Angela Ruggiero: 4 Questions Stemming from Her Retirement

Al DanielCorrespondent IIDecember 30, 2011

Angela Ruggiero: 4 Questions Stemming from Her Retirement

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    Citing a chronic shoulder injury and her role on the International Olympic Committee, veteran women’s hockey blueliner Angela Ruggiero confirmed a somewhat poorly-kept secret upon declaring an end to her playing career this week.

    An active participant in USA Hockey for more than half of her life up to this point and a member of the first four Olympic teams, the 31-year-old Ruggiero leaves an arguably greater void than Cammi Granato did in 2006. By the same token, she has the right portfolio to pilot the effort to fill that set of skates on the ice and to enhance global appreciation for the women’s game.

    With more of the same in her off-ice role and a burgeoning generation primed to match and exceed her standards, Ruggiero ought to lend affirmative answers to the following questions.

Who Will Be The New Face Of The Game?

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    We are almost at the halfway mark between the 2010 and 2014 Winter Olympics, and the U.S. women’s hockey team is suddenly without its longest-tenured player, on-ice leader and off-ice ambassador.

    While Ruggiero will doubtlessly continue to have her voice heard in the effort to grow the game, the Americans still need at least one active player to function as their go-to media magnet.

    It needs to be someone who can not only stand out on the ice, but also embrace attention and consistently grant requests for endorsements and speaking engagements.

    A few viable options right now include Gigi Marvin, Hilary Knight and 19-year-old phenom Kendall Coyne. But whoever it is going to be, she must get going in that area without hesitation so that, by the time the blizzard of ads for the Sochi Games is brewing, she will be recognizable even to the less-than-casual fan.

Will The World Listen To Her?

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    Upon addressing the media in the wake of her personal announcement on Thursday, Ruggiero mentioned her efforts to beseech traditional hockey nations outside of North America to perk up their women’s game. The obvious reason is that women’s hockey cannot live out on the United States and Canada alone.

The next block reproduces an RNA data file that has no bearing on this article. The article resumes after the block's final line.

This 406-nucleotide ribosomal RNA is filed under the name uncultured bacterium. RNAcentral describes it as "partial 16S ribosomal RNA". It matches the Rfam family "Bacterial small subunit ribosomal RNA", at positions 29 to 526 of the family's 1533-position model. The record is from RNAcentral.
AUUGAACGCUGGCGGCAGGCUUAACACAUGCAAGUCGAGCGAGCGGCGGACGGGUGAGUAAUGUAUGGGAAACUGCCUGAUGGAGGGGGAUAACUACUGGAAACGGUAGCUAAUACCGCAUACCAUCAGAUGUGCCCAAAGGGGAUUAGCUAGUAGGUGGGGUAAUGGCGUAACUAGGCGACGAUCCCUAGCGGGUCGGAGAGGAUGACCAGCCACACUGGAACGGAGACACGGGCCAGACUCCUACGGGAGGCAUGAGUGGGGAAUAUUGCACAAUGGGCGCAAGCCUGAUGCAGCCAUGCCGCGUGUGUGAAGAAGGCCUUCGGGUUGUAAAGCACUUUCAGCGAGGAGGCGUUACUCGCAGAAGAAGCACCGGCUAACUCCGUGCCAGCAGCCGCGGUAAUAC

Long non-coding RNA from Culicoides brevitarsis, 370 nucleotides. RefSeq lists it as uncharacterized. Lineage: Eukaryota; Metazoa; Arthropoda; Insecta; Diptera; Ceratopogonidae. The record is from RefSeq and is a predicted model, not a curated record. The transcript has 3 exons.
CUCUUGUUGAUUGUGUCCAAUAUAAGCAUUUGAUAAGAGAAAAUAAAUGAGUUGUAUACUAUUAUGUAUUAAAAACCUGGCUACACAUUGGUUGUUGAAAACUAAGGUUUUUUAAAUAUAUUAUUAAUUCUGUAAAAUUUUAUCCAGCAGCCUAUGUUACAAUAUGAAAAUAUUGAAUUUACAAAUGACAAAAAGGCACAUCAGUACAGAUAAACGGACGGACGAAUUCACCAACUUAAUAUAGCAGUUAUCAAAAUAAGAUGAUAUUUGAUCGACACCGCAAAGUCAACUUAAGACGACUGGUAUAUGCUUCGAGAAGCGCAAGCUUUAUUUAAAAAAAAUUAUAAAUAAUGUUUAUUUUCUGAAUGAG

Lately, Finland and Sweden have decisively been in an echelon above the rest of the world, with the exception of the Canadians and Americans, who are at least two competitive spheres above Scandinavia. And every double-digit blowout that a European country brooks in a high-profile IIHF game seems to nudge the sport a little closer to losing its Olympic membership.

    Ruggiero specifically cited Russia and the Czech Republic as two other countries that have no reason not to give their female pucksters a chance to match their male counterparts. But as hard as she will push in her role on the IOC Athletic Commission, she cannot make this play single-handedly.

    Humble by nature, Ruggiero’s voice needs assistance from others who can step up and cite her as a proud product of her country. That, in turn, should remind the Europeans of the benefits of having medal-caliber teams and internationally recognizable figures in yet another sport.

Can She Help Stabilize The CWHL?

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    One of Ruggiero’s last acts as a competitive player was partaking in the Boston Blades’ inaugural season.

    The Harvard University alumna regularly revisited her old haunts, as well as other New England rinks, as the nomadic Blades brought the fledgling Canadian Women’s Hockey League to American ice in 2010-11. And she may even continue with that on a part-time basis

    But being a native of Harper Woods, Mich., a suburb of Detroit, and one who spent a substantial portion of her childhood in the Los Angeles area, Ruggiero’s roots are multi-regional. She should use that to her own advantage and, more importantly, that of the game she loves.

    If Ruggiero puts forth the same effort to sustain and advance the CWHL (currently a professional circuit in name only) as she does for the international game, she could be the nucleus that spawns comprehensive expansion.

    This means pushing to add teams in other hockey-hungry American markets, such as Buffalo, Chicago, Detroit, Minnesota, New York, Philadelphia and Pittsburgh. It also means helping the Blades and other franchises find a permanent home facility and the opportunity to draw steady revenue.

How Soon Until She Is In Toronto?

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    Ruggiero hung around just long enough to surpass Cammi Granato, her childhood idol and 1998 Olympic teammate, in the Team USA record book with 256 appearances in international competition.

    A few months after editing that entry, she was swift to credit Granato for merely amplifying her own opportunities when Granato finished her trailblazing conquest as one of the first two female players enshrined in the Hockey Hall of Fame, opposite Geraldine Heaney.

    From both a practical and ethical standpoint, it is hard not to envision a new wing specifically for female athletes blossoming someday in the Toronto puck museum. After all, other past players such as Karen Bye, Cassie Campbell, Kelly Dyer, Hayley Wickenheiser and Manon Rheaume have earned consideration for induction themselves.

    Depending on how readily the HHOF committee wakes up and inserts an annual women’s category to go with the men’s players, builders and media, Ruggiero ought to have her turn sometime within the next decade.